EDIT: The sentence is what I would consider a minimum working example and is originally followed by some subordinate clause. I am not looking to simply reduce word count but to improve intelligibility without rephrasing. If there is no legal way to do that, that's fine. What I am looking for is a either the correct way of hyphenating this noun, "No, that doesn't work" or "Fun fact: here's why you cannot do everything you can do with a simple noun with an open compound noun, like making it the first component of a closed compound noun."
I am writing my master's thesis and I regularly stumble across situations where I want to use the word "rigid body" as the first component of a compound noun.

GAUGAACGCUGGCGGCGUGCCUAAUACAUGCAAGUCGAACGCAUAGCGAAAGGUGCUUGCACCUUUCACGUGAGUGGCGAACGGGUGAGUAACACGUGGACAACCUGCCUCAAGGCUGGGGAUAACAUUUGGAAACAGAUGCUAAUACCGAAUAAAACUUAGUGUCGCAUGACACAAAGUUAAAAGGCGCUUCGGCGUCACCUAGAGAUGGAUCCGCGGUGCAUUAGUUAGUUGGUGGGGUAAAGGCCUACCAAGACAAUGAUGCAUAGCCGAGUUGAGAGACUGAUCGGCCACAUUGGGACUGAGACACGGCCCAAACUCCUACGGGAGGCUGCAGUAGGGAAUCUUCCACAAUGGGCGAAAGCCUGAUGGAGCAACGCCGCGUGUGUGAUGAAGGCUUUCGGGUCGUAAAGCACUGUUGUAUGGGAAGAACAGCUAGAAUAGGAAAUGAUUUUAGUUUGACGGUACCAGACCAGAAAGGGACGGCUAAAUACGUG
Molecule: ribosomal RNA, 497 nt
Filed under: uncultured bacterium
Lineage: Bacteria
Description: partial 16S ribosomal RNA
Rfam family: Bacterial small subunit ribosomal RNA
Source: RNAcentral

An example is the following:
There are kinematic chains of rigid body linked revolute joints.
There are kinematic chains which consist of revolute joints which in turn are linked by rigid bodies.
My intuition would be "rigid body-linked" but that makes it even less readable.
Personally, I am at war with using the - apparently correct - orthography of "rigid body" over "rigidbody", as there is no inherent disambiguation between the well defined mathematical construct and the colloquial term for, well, a body that's rigid.
In Germany, where we know no shame when it comes to compound words and can
append and append
to our hearts' content
with no need to repent, :D
I would just draw two components together and write "rigidbody-linked".
Any suggestions on what's correct here?
P.S.: I believe that There are kinematic chains of rigid body linked revolute joints is correct, but it makes me uneasy that someone could interpret this as claiming the existence of revolute franchise locations which could be linked to a criminal syndicate of the name "chains of rigid body".